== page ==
There’s so many things going in favor of online fraudsters these days – so much back wind they can use to accelerate their evil business – that it seems like there was never a better time to take up to crime. Provided, of course, that you have a weak moral
Let me list a couple of things:
- Trojans are so easy to run and operate. The State-of-the-art has never been within reach of so many non-technical fraudsters.
- Trojans also come cheap. Just a single fraudulent online banking transfer will cover your cost for buying the latest Trojan on the market.
- Trojans can defeat any single authentication technology thrown at them. A little bit like germs that eventually become immune to antibiotics. By the way, the trick is to use multiple lines of defense and combine visible with invisible techniques.
- Infection is getting really out of hand. We talk about x10 infection rates compared to just a year ago. Mostly this is due to drive by downloads. If you want a good example for that, check out www.Paulmccartney.com – and have a look at their security statement
from 01.05.2009 (first of May for those of you not used to British dates).
But these are just the technological advancements. It wouldn’t have been so bad if the economy was OK. But now that there’s a storm outside, the impact of these advancement is far worse. Fraudsters learned how to ride the storm.
There are several ways to use the economic hardships to scale up your fraud operation. Some say it’s a good time to find insiders within a call center of a bank or a retailer. I think the main opportunity the fraudsters use is different: work-from-home ads.
In order to empty a victim’s account you need a “mule”. Someone that will – unknowingly – collaborate with you. Before the economic crisis it wasn’t that difficult to find mules: you just sent emails explaining you’re a European charity looking for a local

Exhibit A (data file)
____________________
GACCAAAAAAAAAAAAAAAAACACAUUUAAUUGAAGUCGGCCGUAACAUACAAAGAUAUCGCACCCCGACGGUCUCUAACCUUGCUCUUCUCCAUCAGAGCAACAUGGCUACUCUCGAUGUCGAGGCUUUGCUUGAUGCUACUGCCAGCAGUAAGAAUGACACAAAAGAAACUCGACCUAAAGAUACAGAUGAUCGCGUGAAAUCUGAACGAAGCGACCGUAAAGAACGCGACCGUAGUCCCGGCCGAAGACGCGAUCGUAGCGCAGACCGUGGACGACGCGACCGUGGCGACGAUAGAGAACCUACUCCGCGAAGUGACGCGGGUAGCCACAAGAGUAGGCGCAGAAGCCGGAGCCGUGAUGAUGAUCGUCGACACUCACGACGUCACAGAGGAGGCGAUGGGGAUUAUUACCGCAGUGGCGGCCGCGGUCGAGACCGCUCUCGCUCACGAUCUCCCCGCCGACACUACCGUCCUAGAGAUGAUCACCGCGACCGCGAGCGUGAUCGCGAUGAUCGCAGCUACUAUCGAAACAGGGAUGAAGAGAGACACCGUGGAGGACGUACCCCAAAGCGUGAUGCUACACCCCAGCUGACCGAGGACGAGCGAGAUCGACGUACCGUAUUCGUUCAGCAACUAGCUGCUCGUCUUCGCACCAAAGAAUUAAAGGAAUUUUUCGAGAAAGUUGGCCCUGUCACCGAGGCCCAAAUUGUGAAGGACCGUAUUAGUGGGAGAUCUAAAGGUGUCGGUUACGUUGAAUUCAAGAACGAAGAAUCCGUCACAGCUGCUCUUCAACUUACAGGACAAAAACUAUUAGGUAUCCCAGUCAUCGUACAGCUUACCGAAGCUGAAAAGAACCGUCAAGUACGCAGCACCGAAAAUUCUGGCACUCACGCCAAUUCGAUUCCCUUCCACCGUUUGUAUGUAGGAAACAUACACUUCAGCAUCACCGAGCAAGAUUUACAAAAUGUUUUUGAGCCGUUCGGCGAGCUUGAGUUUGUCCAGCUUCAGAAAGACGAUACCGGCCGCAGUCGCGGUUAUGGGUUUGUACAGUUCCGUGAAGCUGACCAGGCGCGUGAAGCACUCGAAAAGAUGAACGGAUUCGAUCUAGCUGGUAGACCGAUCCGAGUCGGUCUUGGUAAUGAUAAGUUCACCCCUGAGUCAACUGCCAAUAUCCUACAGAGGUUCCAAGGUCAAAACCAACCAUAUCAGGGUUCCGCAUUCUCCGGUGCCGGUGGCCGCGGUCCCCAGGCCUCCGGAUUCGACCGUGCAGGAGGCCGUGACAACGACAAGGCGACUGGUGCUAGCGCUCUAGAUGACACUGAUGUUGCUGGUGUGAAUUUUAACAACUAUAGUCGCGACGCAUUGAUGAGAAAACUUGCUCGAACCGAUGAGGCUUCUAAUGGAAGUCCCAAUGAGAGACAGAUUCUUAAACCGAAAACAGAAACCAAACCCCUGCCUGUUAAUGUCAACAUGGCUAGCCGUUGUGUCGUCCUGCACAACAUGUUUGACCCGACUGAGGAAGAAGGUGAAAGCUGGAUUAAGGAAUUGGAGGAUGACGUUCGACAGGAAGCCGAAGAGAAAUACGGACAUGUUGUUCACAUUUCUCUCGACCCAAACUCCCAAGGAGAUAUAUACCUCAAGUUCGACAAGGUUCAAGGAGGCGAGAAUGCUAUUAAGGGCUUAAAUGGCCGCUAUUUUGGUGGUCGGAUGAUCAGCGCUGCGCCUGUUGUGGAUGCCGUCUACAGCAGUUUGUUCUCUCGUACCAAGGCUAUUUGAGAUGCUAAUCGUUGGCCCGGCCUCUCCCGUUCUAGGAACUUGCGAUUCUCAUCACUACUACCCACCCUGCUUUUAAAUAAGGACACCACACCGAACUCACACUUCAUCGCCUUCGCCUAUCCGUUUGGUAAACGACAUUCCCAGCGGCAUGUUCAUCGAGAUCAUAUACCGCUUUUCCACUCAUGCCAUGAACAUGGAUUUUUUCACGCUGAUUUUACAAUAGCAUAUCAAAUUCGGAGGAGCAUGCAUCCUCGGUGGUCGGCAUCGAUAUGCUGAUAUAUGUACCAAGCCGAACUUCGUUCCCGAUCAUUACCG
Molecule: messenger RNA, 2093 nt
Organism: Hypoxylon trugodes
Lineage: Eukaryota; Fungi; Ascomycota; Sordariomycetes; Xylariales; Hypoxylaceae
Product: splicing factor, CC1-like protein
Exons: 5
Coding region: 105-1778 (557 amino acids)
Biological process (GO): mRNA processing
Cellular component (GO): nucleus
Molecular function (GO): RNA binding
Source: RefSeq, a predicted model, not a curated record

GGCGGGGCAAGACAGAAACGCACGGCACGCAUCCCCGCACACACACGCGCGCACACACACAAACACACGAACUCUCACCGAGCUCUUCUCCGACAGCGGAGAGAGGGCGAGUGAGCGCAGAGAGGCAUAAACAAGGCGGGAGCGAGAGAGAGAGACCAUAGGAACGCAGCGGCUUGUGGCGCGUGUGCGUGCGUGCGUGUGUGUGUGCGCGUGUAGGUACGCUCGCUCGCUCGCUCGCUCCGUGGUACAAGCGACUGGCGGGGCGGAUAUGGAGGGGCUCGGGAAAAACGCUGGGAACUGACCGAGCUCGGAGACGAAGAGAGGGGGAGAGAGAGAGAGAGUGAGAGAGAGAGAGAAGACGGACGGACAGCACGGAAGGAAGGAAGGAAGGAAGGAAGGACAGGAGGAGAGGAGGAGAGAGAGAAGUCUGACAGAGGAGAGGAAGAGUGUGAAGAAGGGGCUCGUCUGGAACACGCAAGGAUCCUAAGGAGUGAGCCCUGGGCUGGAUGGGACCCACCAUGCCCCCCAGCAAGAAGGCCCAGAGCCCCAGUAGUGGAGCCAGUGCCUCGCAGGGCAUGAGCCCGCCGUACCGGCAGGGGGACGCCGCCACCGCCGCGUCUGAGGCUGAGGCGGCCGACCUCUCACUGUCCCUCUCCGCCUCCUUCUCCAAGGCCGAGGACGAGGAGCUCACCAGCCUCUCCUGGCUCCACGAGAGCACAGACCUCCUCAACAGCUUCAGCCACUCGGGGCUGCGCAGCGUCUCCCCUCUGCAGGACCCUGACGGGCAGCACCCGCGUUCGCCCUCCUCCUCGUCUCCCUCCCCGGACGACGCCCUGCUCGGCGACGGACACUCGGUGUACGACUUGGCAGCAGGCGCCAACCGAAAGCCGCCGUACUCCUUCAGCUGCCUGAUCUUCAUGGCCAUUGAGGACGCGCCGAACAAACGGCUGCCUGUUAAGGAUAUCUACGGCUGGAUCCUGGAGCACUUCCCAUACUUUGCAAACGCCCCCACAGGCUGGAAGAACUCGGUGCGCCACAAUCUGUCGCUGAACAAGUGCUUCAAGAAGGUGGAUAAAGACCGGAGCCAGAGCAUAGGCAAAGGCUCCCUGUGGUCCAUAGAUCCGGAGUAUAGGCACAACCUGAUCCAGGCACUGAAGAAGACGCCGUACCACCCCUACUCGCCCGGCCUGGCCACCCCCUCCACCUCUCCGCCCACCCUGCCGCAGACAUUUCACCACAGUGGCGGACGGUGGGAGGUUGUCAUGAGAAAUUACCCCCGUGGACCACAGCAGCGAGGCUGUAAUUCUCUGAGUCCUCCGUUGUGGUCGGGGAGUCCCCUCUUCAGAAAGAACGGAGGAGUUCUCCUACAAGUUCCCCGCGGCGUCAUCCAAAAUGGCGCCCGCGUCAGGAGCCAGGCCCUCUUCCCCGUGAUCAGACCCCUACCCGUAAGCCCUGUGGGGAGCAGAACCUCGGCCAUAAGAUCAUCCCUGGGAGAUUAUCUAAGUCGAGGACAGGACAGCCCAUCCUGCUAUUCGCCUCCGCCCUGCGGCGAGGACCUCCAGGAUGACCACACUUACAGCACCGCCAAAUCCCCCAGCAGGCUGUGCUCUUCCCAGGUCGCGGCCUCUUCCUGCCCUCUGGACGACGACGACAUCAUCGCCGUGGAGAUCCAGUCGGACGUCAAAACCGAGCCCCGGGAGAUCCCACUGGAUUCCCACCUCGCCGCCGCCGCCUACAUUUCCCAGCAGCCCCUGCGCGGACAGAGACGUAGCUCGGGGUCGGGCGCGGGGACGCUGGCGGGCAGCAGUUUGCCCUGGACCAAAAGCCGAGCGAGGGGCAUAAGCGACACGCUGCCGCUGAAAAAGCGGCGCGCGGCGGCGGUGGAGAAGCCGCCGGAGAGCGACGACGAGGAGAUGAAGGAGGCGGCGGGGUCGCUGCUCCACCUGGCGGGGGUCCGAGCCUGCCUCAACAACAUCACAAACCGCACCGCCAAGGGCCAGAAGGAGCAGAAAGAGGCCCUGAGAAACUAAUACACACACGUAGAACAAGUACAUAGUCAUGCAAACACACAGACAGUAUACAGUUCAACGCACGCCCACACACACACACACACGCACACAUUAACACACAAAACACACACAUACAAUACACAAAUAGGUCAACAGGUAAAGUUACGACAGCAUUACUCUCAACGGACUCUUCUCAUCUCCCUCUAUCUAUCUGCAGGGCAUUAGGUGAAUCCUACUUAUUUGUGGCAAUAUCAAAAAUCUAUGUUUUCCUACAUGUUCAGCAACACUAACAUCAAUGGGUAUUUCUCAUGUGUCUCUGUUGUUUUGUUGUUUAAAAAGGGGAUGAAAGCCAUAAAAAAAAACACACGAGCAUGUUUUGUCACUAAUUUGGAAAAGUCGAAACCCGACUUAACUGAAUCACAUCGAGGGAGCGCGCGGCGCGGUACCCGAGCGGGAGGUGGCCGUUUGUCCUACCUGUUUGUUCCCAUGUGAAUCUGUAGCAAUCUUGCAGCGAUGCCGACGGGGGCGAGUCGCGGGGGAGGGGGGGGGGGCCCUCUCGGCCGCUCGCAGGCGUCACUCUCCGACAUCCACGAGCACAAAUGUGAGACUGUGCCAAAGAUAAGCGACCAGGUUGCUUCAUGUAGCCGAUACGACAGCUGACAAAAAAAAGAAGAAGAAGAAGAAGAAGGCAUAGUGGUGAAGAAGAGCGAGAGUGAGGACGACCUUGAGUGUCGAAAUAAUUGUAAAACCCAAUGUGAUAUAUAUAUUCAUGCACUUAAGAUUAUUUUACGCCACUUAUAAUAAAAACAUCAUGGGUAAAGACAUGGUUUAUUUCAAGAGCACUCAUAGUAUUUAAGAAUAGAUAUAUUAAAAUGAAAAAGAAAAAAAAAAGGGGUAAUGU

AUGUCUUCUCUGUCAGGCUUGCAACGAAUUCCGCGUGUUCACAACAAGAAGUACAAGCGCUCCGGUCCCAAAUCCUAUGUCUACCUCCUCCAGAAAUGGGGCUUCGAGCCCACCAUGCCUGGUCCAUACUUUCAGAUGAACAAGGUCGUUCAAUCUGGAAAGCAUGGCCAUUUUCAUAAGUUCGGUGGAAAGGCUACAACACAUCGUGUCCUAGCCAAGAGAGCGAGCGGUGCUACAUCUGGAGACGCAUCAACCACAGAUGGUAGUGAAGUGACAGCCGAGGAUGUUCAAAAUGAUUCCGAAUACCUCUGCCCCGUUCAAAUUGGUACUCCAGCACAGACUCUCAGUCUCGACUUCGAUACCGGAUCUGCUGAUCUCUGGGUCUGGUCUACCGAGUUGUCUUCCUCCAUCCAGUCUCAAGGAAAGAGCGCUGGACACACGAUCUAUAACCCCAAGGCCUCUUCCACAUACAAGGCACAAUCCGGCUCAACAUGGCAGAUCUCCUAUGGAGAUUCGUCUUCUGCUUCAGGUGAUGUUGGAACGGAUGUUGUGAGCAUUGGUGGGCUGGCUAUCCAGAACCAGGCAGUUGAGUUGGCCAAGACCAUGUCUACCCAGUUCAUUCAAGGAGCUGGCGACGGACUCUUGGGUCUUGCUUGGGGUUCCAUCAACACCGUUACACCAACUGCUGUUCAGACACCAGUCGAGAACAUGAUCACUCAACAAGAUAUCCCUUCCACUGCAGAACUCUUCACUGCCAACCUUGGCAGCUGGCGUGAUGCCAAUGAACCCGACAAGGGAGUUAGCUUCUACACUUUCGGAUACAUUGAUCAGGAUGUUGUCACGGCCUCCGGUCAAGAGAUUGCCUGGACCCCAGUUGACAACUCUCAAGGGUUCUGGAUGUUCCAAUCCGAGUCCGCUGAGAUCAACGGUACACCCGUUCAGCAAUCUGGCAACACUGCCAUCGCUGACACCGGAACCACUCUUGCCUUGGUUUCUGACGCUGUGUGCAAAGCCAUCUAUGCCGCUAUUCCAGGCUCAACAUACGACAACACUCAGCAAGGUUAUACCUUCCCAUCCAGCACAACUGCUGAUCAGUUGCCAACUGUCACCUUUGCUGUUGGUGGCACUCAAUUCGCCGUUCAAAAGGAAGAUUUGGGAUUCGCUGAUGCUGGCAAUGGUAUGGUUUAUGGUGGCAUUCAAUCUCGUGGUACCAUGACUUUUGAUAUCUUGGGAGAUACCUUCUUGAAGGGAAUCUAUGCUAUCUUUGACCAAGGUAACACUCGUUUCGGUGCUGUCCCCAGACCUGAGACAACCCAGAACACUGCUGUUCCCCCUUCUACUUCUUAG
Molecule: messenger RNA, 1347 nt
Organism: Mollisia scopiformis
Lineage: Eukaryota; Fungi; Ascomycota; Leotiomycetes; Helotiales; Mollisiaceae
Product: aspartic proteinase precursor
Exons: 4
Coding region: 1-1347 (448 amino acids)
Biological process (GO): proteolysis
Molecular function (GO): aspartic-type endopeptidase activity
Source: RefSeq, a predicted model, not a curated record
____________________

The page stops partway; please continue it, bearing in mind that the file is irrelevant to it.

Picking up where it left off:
manager in Australia that will receive “donator money” and wire it to the needy in East Europe. Or that you’re a foreigner who can’t open an account in the UK, but you have lots of business and many customers willing to pay; so you’re looking for a regional
financial officer to take care of these payments: customers will pay via money transfers, and the financial officer will walk to the international wire agency branch to send the cash out of the country. Many people responded to these scams and became part
of a criminal fraud operation.
Hey, I even got such email myself – see attached image.
I’m still considering working for AutoPay – the extra salary is amazing, I meet all the qualifications, and I can squeeze a couple of hours of working from home in my schedule, I reckon. Maybe I can even do it from the office.
OK, enough fun. Where was I? Oh. I was making the point that even before Credit Crunch, it wasn’t difficult to find mules willing to work for the fraudsters.
But now with the economic crisis, things have gotten much worse. People actively search online job websites for these ‘work from home, earn lots of money’ ads. People that lost their job, or had to cut their salary, or small businesses that collapsed.
So thousands of innocent people apply, give all their information, and wait for an opening. The fraudster just uses each mule in turn, and picks the next one standing in line. They also improve their “front end” – today’s scams look much better than AutoPay.
This allows the criminals to scale up their cash-out operation. So now they have great scalability in both stealing the data, and using it.
eCommerce fraud is also easier these days. Merchants are reluctant to reject good business. They need every customer they can get and will think twice before declining transactions, especially in high-ticket items.
Another way to ride the economic crisis is new account opening. If – through identity theft – you collected enough information to pose as a legitimate person, preferably someone with great credit history, no card issuer will refuse letting you open an account.
They’ll be crazy to turn you down in these troubled times. They’ll also offer you amazing benefits if you “move” from another issuer using a balance transfer.
Then all you have to do is use the credit and run.
And here’s another side effect of the economy: delinquency is now at record high figures. In the US, the top 5 card issuers had 5.4% delinquency in 2008. This means one out of twenty loans are never paid, and it’s not getting any better.
So now you have a collection team that handles a huge amount of credit defaults. They send the 6’5” goons to knock on people’s doors and convince them to pay their credit bills. But many of these “cardholders” are phantoms. They are fraudulent applications
miss-classified as bad debt. And the bank loses in three ways: first by getting hit by the fraud, then by not having enough data on how much they lost – limiting their capability to mitigate future fraud, and third by hiring more goons to chase these ghost
To summarize all that: there’s a storm outside, and the bad guys are riding it really well.